One of the functions of sleep may be to repair DNA damage that has built up in the brain during waking hours, according to a study published yesterday (March 5) in Nature Communications. By using time-lapse imaging to observe the brains of zebrafish, researchers in Israel found that chromosome dynamics associated with DNA repair increased in neurons during sleep, and that sleep deprivation prevented this repair from happening efficiently.

Study coauthor Lior Appelbaum of Bar-Ilan University notes in a statement that sleep is found across the animal kingdom and that this repair role might be one of the reasons “sleep has evolved and is so conserved.”

See “What Lies Sleeping

To study what is going on in individual neurons during sleep, Appelbaum and colleagues genetically engineered zebrafish larvae to have fluorescent chromosomes in their neurons. They then used a high-resolution microscope to...

The researchers found that when the fish were awake, chromosomes were relatively static and accumulated double-strand breaks. But once the zebrafish went to sleep, the chromosomes became more dynamic, and the DNA damage began dissipating.

Further experiments showed that manipulating zebrafish sleep could influence the repair process. For example, keeping the fish awake by tapping on their tank promoted the accumulation of more double-strand breaks, while inducing sleep with a drug pumped through the tank allowed the cells to repair their DNA.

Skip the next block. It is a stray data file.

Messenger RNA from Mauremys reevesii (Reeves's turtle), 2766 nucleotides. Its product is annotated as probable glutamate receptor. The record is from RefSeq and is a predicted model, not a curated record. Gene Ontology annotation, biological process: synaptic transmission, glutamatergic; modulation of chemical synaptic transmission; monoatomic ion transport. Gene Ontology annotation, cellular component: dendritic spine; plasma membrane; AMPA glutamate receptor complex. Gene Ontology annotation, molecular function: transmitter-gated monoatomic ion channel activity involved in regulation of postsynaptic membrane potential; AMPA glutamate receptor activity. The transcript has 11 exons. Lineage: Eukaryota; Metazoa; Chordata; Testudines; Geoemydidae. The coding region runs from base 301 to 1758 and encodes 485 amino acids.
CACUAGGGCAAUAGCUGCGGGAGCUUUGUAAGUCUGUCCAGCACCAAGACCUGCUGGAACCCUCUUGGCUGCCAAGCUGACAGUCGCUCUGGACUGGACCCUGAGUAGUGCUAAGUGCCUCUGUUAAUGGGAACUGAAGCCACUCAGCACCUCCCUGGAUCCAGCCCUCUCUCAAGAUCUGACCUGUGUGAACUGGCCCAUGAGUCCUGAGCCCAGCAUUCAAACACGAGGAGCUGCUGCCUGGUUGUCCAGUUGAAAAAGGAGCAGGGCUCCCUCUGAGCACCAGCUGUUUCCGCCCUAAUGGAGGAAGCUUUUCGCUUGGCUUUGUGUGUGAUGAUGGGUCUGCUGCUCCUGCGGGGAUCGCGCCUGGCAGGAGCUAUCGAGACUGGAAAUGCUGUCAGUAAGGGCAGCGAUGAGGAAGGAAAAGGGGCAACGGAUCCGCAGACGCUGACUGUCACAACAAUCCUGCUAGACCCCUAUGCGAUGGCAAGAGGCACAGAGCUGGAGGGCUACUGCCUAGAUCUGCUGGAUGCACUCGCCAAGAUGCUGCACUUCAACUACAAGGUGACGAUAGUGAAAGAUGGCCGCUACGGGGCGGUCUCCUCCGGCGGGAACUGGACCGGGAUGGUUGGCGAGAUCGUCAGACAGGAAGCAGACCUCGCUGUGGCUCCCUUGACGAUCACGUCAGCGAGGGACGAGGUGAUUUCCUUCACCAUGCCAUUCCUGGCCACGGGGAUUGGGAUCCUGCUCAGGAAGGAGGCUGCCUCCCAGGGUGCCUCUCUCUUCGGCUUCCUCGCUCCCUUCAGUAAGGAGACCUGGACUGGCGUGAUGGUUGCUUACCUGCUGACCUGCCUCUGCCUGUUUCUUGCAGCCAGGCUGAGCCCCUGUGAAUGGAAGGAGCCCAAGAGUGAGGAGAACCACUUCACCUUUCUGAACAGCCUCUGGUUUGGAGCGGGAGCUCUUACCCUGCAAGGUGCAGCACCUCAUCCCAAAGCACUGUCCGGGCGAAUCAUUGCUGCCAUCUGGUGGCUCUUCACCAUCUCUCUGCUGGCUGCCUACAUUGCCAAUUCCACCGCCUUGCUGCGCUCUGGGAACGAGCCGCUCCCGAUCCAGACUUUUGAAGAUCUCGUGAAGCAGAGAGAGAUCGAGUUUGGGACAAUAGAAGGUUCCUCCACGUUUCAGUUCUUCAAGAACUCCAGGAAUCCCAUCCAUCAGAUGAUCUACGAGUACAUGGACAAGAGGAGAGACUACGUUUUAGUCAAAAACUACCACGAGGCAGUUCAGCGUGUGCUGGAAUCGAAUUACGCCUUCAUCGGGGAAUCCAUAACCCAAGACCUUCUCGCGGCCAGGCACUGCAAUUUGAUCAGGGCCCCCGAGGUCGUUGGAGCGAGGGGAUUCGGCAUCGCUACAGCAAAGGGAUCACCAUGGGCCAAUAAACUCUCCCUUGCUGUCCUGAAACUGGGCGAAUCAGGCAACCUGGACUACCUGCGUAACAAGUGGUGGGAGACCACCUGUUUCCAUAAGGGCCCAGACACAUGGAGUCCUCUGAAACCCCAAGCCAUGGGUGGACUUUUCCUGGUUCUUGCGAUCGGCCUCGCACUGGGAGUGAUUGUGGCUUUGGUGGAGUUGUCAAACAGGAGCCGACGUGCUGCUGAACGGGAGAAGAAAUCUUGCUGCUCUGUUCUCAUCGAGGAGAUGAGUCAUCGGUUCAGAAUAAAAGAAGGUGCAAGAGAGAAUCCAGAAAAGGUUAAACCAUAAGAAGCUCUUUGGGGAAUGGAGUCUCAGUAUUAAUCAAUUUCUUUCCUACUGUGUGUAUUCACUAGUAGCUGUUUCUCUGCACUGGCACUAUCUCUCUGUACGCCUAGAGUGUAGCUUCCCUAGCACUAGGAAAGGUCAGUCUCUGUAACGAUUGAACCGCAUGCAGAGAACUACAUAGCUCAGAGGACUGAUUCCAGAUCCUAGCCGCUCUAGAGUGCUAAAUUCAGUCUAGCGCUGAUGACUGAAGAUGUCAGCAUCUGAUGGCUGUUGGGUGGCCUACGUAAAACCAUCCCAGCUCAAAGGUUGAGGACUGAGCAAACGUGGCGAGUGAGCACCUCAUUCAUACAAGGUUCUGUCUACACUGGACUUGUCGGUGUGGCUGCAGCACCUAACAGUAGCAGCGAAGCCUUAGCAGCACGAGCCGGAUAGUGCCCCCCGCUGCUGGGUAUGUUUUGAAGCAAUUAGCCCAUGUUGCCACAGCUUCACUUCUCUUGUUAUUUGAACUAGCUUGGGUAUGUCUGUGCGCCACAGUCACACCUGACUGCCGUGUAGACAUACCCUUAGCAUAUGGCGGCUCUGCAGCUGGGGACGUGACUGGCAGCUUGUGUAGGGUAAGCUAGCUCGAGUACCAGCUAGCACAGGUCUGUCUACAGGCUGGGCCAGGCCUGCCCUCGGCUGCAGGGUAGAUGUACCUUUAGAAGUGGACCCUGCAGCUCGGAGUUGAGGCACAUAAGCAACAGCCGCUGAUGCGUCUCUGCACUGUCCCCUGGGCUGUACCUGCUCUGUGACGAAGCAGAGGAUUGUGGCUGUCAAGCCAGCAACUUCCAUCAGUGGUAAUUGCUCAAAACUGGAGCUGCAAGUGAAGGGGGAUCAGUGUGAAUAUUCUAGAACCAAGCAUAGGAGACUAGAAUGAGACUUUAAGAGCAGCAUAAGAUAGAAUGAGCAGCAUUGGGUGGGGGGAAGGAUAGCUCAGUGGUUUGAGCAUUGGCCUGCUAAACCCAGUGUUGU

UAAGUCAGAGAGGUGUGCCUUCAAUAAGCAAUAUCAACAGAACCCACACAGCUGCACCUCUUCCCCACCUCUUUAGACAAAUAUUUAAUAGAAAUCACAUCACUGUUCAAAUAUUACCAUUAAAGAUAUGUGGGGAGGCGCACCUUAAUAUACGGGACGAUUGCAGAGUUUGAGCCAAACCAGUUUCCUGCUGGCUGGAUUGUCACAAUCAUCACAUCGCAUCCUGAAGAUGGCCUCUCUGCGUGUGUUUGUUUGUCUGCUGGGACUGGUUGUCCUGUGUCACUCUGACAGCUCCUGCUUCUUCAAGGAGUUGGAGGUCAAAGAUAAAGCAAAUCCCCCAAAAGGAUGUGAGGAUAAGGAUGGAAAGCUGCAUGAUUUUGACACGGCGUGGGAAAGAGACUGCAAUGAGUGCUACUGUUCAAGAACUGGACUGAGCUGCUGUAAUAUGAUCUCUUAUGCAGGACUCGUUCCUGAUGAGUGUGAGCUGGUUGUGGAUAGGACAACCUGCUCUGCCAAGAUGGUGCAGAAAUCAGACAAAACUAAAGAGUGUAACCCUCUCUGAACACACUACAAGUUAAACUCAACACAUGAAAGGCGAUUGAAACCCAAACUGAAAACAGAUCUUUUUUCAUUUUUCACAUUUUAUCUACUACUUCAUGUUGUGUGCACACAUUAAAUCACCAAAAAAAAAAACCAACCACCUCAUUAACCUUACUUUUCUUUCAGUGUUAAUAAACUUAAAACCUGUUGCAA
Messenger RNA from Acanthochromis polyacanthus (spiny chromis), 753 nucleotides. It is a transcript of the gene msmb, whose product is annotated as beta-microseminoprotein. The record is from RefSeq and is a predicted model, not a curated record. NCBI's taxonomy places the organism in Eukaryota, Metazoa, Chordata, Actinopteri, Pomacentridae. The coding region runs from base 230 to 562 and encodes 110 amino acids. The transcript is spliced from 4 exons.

The findings suggest that DNA repair is less efficient during wakefulness, possibly because of heightened brain activity. “It’s like potholes in the road,” Appelbaum says in the press release. “Roads accumulate wear and tear, especially during daytime rush hours, and it is most convenient and efficient to fix them at night, when there is light traffic.”

“It is clear from this study that chromosome dynamics during sleep has an essential role to play in repairing damaged DNA,” Hong Kong University’s Siu-Wai Choi tells The Guardian. Choi recently led a study that established a link between sleep deprivation and DNA damage in doctors, but she was not involved in the current work. “Though these results were obtained in an animal model, together with other studies conducted in humans, it does give us food for thought with regard to our lifestyle choices, shift working patterns and long-term health.”

See “Who Sleeps?

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